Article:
Book club was at my place last week. We met together to discuss The Slap. I put on a spread of Greek food – stuffed vine leaves, olives, tzatziki and baklava. It was good to discuss the text, most everyone enjoyed it although there was agreement that the characters themselves were not particularly likeable. Everyone except for Richie who seemed to be a favourite amongst the readers. I did sense that people were holding back a bit in their discussion, perhaps not wanting to share their truest thoughts, feelings and reactions to the text. Perhaps because they were cautious not to offend others, but perhaps too because it is hard to be honest about reactions and responses that are so deeply personal. Either way it left me feeling frustrated.

I must share with you that I was rather anxious about the readers meeting at my place.  Would people judge my humble home? Was it clean enough? Did I make the right wine choices? Would people eat the food? Would the lounge room be warm enough?  I do find it nerve wracking welcoming people into my home that I don’t know particularly well. Sitting here reflecting on it now I can’t really make any rationale explanation for it. Fear of judgement I suppose. Fear of being looked down on. I haven’t always been like this. I think, but am not sure, it started after I had children. Mmmm. Certainly something worth musing over more.

bookclub night - sweet things

A colleague at work has leant me the TV series on DVD. On Saturday the sun did not shine – the perfect opportunity to watch a few episodes nestled on the couch, knitting in hand. I am enjoying it, but it isn’t as good as I had expected – yet writing that I realise that I have no clue of what I did expect. I suppose it was just because I had heard so many “rave reviews”. To date I am more impressed with the book that the series. I think it probably comes down to what is experienced first – since I read the text first it will inevitably be my preferred media for this particular tale. Is that how it works for you? Most of the time?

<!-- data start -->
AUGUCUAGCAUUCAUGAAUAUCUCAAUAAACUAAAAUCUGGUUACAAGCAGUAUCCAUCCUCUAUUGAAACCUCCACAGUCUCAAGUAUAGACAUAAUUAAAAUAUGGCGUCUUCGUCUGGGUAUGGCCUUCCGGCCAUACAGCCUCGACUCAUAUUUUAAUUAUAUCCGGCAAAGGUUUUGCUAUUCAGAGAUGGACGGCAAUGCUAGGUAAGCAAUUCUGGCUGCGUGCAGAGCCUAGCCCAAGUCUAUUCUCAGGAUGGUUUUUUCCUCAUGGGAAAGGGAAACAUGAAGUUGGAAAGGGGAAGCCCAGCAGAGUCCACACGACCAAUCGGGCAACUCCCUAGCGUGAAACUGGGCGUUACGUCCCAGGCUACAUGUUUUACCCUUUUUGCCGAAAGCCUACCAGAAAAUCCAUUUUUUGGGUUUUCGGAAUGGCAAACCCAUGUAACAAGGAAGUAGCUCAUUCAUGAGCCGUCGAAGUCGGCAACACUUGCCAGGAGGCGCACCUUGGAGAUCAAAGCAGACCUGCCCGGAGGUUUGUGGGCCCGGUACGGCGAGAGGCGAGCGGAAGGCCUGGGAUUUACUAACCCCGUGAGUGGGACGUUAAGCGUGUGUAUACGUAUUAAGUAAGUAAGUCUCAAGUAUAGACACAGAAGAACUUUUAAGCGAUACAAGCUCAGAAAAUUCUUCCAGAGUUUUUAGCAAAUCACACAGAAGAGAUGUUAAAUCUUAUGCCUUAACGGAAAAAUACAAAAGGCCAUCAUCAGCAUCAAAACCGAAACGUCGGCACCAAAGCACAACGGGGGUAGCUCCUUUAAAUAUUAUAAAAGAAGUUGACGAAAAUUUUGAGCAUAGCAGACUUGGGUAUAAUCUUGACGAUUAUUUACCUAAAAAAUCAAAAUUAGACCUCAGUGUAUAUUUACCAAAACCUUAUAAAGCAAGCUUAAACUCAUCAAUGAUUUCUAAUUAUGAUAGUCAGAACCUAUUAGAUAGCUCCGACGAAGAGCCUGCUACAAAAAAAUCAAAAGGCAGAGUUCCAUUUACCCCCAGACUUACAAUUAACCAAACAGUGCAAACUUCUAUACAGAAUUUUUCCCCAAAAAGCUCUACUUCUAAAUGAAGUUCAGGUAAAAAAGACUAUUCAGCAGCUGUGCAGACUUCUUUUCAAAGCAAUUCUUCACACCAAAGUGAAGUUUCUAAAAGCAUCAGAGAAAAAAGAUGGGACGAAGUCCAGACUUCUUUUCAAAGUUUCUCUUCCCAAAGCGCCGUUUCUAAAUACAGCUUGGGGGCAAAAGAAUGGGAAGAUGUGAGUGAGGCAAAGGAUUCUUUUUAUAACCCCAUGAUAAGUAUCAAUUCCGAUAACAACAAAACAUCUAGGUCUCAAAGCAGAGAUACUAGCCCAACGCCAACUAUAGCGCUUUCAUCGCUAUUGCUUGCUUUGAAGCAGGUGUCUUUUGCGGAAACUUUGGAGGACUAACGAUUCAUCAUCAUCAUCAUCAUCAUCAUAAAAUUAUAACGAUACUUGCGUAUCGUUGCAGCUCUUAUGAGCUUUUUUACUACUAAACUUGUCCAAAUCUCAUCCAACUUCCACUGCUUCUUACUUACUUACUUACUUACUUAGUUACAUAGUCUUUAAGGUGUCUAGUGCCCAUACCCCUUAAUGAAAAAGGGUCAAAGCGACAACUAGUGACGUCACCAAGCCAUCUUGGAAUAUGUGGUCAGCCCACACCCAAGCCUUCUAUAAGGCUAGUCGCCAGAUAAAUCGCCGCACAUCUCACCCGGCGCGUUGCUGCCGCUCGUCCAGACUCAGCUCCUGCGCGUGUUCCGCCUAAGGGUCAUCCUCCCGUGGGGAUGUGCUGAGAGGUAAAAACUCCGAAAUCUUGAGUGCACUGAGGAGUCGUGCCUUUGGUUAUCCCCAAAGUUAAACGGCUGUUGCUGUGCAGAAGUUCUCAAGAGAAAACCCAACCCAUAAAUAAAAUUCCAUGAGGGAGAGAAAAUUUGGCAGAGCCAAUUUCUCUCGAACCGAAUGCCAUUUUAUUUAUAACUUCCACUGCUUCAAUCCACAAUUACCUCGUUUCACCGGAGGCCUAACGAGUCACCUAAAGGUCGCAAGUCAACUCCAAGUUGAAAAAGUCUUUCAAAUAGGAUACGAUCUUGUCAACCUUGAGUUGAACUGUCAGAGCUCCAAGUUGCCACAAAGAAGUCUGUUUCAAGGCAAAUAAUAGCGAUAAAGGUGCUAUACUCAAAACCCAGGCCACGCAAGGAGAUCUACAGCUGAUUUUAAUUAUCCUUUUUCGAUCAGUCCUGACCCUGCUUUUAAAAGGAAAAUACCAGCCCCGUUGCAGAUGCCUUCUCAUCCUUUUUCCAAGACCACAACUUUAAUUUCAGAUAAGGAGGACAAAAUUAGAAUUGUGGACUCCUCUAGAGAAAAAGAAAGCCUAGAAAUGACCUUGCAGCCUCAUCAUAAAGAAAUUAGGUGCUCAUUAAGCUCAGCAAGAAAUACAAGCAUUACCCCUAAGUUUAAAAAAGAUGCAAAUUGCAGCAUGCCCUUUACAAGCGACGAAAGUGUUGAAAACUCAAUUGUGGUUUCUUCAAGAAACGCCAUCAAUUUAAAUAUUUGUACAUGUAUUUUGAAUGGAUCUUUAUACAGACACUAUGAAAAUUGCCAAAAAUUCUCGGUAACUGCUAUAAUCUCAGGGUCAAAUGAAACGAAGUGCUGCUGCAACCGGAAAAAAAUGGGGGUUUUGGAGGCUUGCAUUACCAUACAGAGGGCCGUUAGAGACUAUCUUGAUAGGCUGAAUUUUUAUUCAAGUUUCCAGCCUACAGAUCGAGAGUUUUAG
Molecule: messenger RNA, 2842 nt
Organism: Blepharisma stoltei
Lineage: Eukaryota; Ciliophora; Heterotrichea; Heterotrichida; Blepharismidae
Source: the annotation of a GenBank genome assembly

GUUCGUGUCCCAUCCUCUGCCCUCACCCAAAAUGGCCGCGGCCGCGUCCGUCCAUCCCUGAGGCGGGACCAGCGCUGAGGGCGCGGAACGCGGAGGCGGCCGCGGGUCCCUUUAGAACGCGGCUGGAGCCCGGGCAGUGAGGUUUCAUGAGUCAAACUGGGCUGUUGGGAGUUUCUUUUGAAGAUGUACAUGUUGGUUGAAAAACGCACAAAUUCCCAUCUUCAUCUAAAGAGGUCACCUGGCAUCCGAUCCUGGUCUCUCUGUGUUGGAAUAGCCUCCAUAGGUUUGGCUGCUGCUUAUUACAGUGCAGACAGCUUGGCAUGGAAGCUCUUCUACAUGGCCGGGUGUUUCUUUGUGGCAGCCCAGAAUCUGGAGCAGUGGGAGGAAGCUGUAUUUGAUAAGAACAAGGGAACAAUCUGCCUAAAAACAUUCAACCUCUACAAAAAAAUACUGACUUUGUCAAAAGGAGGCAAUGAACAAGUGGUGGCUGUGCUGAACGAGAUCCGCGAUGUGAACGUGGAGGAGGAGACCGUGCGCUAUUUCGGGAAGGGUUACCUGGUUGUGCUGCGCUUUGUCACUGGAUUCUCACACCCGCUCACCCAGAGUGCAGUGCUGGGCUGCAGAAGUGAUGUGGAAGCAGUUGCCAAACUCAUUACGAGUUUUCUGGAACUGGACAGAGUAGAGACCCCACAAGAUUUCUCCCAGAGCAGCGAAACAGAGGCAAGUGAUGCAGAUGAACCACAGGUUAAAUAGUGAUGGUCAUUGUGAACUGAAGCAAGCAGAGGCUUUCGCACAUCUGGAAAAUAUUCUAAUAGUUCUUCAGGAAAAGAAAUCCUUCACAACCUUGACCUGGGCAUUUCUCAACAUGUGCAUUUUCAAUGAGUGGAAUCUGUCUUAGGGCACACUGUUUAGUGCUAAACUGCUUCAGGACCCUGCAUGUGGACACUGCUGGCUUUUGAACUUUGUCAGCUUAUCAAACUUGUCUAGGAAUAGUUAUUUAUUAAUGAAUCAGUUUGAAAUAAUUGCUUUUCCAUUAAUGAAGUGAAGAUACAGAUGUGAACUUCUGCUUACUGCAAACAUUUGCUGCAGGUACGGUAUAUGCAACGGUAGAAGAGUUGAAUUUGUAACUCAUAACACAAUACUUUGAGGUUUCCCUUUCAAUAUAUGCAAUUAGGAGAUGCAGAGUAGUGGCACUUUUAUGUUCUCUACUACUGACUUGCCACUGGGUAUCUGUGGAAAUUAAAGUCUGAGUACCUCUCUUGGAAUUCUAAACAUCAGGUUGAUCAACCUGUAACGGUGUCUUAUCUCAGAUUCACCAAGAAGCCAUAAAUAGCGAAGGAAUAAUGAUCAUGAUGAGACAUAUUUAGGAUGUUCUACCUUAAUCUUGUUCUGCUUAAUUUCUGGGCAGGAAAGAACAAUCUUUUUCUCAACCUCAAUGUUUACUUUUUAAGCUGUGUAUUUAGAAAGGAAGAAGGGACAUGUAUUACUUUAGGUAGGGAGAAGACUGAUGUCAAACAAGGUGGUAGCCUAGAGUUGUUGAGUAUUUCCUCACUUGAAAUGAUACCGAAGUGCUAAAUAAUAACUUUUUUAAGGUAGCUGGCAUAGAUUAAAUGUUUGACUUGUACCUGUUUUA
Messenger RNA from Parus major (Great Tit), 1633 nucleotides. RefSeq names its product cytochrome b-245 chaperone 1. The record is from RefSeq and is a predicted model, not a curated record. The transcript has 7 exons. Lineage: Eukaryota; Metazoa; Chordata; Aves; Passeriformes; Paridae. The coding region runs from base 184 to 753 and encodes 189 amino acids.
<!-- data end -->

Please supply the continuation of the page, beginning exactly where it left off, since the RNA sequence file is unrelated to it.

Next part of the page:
newborn hat  magic loop

… and as for on the needles? Well I am having my first attempt at knitting a newborn baby hat using the magic loop method. It took me a few attempts to get started, but I am making good progress now. There are some ladders in my knitting, but nothing too awful. The big plus of this single rib pattern is that once the hat is stretched over a (fingers crossed) small baby head the ladders are not evident at all. Got any tips on how to make the first stitch in the magic loop extra tight? Or is the idea to make the others a bit looser?

shawl collared jacket

 

Oh yes… a finally I have sewed on the buttons to the Shawl Collared Jacket that I started way back in November last year. Many a book as been read whilst knitting this number. It was tossed aside on quite a few occasions, and attaching the buttons somehow took weeks. Ridiculous really. It took me now more than ten minutes to do, and yet I put the task off for ages. I’m actually rather cross with myself as I think of it.

 

Yarning along with Ginny @ Small Things.

Sunday, June 16, 2013

a wonky needle case

 

a wonky needlecaseinside the needlecaseA little wonky needle case. Much needed. Started many many many months ago. Finished today. Tick. Another unfinished project completed and struck from the list.  No more will needles to be lost in the mysterious core of the pin cushion. Yay.

O. chose the fabric. He was playing with my stash of fat quarters in the grey room this morning and came out sometime later and tossed this piece at me. Perfect. As soon as I saw it I knew it was the right one to finish this project. Serendipity.